I play golf at a country club in Cleveland, Ohio and when I play, I almost always walk. At my country club, if you walk, you're using a caddie and ever since I began playing the game about fifteen years ago, Carlton has been my caddie. Carlton knows my game of golf and when someone knows your game, they know a lot about you. There are two things you need to know about Carlton. One, he's drunk a pint of Mad Dog 20/20 every day for the last forty-five years. Two, he ain't never had a cold.
We've walked a lot of miles together, Carlton and I, and we talk mostly about my golf game, which is and always has been in a state of disrepair. Mostly I feel bad about this because it is a disappointment for Carlton. He believes in me and in my game. His advice is usually: "Keep your head down. Let me watch your ball." He also keeps track of the consistencies in my game: how long I hit a full sand wedge (60 yards); my favorite shot (from behind the trees, under the branches, over the bunker -- this is all in one shot); the pause at the top of my swing (he doesn't like when it gets too long).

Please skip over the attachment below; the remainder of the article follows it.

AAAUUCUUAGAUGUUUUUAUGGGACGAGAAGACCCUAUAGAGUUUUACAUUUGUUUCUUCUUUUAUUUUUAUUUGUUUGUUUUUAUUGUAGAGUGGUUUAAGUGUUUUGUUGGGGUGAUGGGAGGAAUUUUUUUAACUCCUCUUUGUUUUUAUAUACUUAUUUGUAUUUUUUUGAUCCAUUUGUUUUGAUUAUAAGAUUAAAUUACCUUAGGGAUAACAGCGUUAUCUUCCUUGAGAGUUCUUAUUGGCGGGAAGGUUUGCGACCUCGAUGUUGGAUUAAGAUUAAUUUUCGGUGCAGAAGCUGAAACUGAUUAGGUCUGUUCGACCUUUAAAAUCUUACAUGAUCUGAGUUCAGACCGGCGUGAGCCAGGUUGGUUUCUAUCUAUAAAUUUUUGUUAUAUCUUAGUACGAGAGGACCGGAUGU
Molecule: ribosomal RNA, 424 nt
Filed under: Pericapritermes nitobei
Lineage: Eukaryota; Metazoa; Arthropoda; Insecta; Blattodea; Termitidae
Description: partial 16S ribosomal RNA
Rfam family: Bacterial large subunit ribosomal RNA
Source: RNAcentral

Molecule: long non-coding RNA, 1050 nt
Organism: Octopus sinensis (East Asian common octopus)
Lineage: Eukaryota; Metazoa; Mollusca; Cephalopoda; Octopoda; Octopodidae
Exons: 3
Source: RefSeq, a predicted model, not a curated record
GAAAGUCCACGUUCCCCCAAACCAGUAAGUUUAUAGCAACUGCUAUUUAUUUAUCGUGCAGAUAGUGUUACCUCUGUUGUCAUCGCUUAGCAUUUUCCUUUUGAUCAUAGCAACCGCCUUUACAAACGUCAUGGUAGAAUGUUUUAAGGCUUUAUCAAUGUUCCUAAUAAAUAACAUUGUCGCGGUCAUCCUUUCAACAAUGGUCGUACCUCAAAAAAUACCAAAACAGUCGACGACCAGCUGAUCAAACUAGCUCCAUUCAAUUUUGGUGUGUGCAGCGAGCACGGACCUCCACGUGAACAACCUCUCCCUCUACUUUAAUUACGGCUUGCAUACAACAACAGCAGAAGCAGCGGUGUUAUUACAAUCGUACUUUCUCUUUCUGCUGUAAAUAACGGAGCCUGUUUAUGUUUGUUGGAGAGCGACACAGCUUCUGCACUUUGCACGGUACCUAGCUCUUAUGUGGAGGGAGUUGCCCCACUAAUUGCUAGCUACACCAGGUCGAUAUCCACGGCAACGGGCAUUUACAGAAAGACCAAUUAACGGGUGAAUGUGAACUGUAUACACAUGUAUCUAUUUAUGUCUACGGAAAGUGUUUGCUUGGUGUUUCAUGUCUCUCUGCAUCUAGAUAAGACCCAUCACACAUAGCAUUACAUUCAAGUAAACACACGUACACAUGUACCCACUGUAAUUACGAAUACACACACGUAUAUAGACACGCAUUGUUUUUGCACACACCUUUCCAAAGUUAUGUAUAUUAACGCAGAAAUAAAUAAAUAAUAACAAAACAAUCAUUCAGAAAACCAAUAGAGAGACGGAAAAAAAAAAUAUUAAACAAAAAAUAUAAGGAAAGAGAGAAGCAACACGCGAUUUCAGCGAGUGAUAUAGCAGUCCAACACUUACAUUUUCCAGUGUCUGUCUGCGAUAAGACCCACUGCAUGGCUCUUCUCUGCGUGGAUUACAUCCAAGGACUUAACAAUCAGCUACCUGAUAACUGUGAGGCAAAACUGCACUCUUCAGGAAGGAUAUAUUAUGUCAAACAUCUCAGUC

But lately, Carlton encourages me to keep up with my meditation. That's because this year, since I've had a daily meditation practice, he has noticed a change in my game. We laugh about the mind chatter in my head and agree that the meditation practice has softened the old loop of negative thoughts. If you play golf, you're probably familiar with how it goes: You can't make that shot. You never hit this club well. A two foot putt? You always miss those! The game is difficult enough when I'm surrounded by the serenity of the golf course and the encouragement of Carlton. It's impossible with negative energy swirling around in my head. That negativity flows pretty quickly into my swing.
The game demands respect, both for the game and for the player. Honor the game. Honor yourself. Honor the hope that one day I'll play a game that makes Carlton proud.